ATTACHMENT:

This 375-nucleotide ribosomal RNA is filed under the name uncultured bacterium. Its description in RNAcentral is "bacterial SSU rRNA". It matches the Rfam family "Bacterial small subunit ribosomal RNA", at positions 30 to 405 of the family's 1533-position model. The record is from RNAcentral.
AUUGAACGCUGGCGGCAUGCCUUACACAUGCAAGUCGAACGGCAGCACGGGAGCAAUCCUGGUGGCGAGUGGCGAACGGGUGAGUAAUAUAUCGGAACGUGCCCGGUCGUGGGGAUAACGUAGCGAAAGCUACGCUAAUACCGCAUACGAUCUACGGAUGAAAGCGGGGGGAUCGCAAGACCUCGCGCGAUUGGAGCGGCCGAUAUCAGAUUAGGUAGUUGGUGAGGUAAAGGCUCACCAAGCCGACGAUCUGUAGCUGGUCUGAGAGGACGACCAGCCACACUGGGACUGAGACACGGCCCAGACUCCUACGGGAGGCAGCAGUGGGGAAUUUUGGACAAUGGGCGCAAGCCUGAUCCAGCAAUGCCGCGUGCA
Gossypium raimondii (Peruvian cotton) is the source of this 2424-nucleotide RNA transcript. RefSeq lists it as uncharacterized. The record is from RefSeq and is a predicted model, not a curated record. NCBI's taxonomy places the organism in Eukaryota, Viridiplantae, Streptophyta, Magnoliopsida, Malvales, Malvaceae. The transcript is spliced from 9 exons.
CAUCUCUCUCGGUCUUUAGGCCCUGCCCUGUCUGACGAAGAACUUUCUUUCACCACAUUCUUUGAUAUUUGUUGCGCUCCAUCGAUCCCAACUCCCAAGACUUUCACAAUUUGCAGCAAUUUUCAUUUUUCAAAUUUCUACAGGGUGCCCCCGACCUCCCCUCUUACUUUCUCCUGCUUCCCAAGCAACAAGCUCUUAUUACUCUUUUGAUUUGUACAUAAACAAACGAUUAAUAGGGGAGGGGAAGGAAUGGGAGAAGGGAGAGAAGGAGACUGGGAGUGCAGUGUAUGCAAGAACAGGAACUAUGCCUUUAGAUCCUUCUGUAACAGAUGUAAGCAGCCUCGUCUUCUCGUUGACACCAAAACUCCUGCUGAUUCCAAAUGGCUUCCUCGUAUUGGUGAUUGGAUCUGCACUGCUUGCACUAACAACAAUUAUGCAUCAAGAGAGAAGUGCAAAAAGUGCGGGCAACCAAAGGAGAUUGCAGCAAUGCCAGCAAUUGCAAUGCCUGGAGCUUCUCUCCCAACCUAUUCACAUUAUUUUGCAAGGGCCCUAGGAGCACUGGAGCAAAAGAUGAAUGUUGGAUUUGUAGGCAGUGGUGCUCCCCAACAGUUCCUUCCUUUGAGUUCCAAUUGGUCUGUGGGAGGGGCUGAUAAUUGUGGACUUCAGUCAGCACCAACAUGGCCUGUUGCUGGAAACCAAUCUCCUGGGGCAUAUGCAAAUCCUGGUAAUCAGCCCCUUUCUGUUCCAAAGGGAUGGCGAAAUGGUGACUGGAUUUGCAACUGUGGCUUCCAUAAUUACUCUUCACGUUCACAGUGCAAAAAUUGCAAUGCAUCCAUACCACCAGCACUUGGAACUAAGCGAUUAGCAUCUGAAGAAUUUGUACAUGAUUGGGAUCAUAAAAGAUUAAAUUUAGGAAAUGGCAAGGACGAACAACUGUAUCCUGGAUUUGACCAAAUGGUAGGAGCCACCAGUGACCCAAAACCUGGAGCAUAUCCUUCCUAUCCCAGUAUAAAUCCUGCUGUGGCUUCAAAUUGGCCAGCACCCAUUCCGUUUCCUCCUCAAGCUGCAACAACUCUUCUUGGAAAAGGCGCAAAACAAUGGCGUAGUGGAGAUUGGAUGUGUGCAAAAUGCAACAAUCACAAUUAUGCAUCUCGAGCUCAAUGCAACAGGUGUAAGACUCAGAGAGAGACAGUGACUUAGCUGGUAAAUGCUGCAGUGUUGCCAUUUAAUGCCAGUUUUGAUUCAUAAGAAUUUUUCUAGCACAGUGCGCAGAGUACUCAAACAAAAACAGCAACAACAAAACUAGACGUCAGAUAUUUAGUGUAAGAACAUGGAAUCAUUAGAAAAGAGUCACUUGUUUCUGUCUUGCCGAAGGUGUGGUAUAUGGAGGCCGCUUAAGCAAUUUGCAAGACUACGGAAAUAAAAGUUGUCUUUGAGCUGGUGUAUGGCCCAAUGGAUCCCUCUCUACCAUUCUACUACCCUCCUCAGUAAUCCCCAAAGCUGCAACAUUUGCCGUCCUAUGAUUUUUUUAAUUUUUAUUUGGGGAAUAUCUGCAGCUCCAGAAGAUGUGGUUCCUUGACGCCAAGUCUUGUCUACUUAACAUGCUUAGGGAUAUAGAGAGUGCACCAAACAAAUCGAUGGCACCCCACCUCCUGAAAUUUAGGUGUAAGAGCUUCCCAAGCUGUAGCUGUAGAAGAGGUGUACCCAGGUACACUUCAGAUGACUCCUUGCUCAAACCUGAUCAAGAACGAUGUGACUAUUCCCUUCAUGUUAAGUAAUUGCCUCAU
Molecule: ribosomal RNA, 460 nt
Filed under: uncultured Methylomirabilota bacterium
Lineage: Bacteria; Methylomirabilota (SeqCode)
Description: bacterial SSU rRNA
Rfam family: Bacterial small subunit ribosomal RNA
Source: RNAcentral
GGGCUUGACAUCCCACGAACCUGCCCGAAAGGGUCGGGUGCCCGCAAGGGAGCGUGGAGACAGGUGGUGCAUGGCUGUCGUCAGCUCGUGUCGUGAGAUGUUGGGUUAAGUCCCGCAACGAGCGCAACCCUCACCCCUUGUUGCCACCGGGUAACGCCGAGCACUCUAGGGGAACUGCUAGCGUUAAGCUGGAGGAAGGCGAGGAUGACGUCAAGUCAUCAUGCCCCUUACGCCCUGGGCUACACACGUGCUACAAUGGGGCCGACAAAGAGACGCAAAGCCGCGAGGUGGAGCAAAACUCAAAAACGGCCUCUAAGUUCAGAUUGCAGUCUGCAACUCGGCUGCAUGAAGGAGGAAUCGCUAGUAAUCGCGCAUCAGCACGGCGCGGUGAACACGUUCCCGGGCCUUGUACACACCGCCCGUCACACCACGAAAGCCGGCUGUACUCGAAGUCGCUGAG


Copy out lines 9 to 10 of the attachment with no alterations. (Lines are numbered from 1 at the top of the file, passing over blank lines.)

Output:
Rfam family: Bacterial small subunit ribosomal RNA
Source: RNAcentral